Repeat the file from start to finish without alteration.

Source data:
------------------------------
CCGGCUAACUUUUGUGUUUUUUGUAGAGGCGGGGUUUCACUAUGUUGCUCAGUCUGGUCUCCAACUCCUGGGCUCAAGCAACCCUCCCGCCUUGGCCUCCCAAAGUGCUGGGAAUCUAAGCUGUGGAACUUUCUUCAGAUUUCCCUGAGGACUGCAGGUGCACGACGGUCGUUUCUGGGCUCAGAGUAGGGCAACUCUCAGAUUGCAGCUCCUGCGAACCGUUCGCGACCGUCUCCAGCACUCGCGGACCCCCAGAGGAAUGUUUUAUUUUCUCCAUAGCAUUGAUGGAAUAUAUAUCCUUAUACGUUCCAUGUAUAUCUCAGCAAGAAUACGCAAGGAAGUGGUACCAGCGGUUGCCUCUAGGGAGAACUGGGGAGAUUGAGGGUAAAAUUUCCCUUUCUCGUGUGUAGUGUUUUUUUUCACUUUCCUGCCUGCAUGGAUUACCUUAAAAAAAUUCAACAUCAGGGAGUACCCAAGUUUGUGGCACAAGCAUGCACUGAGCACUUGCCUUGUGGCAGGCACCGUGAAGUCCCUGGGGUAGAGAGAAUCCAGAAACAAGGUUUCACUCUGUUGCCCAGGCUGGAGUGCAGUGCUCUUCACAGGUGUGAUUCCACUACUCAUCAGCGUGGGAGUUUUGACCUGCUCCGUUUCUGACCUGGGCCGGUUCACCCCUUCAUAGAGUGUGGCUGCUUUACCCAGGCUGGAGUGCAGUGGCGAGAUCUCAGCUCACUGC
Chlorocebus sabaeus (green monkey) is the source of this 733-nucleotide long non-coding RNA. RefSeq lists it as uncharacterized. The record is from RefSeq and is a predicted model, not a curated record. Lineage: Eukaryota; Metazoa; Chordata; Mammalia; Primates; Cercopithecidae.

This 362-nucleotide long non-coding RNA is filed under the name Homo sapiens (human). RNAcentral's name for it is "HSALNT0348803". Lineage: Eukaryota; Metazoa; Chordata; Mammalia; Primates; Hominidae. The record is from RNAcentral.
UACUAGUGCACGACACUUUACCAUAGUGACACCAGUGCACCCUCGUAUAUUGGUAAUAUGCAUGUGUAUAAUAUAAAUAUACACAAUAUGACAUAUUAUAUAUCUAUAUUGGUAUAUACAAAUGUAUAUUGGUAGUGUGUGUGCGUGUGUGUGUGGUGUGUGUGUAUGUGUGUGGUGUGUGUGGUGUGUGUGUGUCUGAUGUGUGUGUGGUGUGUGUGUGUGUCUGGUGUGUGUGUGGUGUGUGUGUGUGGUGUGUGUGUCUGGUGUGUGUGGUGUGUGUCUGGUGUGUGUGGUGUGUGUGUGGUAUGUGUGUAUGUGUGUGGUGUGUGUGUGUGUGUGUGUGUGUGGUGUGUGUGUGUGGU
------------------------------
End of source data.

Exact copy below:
CCGGCUAACUUUUGUGUUUUUUGUAGAGGCGGGGUUUCACUAUGUUGCUCAGUCUGGUCUCCAACUCCUGGGCUCAAGCAACCCUCCCGCCUUGGCCUCCCAAAGUGCUGGGAAUCUAAGCUGUGGAACUUUCUUCAGAUUUCCCUGAGGACUGCAGGUGCACGACGGUCGUUUCUGGGCUCAGAGUAGGGCAACUCUCAGAUUGCAGCUCCUGCGAACCGUUCGCGACCGUCUCCAGCACUCGCGGACCCCCAGAGGAAUGUUUUAUUUUCUCCAUAGCAUUGAUGGAAUAUAUAUCCUUAUACGUUCCAUGUAUAUCUCAGCAAGAAUACGCAAGGAAGUGGUACCAGCGGUUGCCUCUAGGGAGAACUGGGGAGAUUGAGGGUAAAAUUUCCCUUUCUCGUGUGUAGUGUUUUUUUUCACUUUCCUGCCUGCAUGGAUUACCUUAAAAAAAUUCAACAUCAGGGAGUACCCAAGUUUGUGGCACAAGCAUGCACUGAGCACUUGCCUUGUGGCAGGCACCGUGAAGUCCCUGGGGUAGAGAGAAUCCAGAAACAAGGUUUCACUCUGUUGCCCAGGCUGGAGUGCAGUGCUCUUCACAGGUGUGAUUCCACUACUCAUCAGCGUGGGAGUUUUGACCUGCUCCGUUUCUGACCUGGGCCGGUUCACCCCUUCAUAGAGUGUGGCUGCUUUACCCAGGCUGGAGUGCAGUGGCGAGAUCUCAGCUCACUGC
Chlorocebus sabaeus (green monkey) is the source of this 733-nucleotide long non-coding RNA. RefSeq lists it as uncharacterized. The record is from RefSeq and is a predicted model, not a curated record. Lineage: Eukaryota; Metazoa; Chordata; Mammalia; Primates; Cercopithecidae.

This 362-nucleotide long non-coding RNA is filed under the name Homo sapiens (human). RNAcentral's name for it is "HSALNT0348803". Lineage: Eukaryota; Metazoa; Chordata; Mammalia; Primates; Hominidae. The record is from RNAcentral.
UACUAGUGCACGACACUUUACCAUAGUGACACCAGUGCACCCUCGUAUAUUGGUAAUAUGCAUGUGUAUAAUAUAAAUAUACACAAUAUGACAUAUUAUAUAUCUAUAUUGGUAUAUACAAAUGUAUAUUGGUAGUGUGUGUGCGUGUGUGUGUGGUGUGUGUGUAUGUGUGUGGUGUGUGUGGUGUGUGUGUGUCUGAUGUGUGUGUGGUGUGUGUGUGUGUCUGGUGUGUGUGUGGUGUGUGUGUGUGGUGUGUGUGUCUGGUGUGUGUGGUGUGUGUCUGGUGUGUGUGGUGUGUGUGUGGUAUGUGUGUAUGUGUGUGGUGUGUGUGUGUGUGUGUGUGUGUGGUGUGUGUGUGUGGU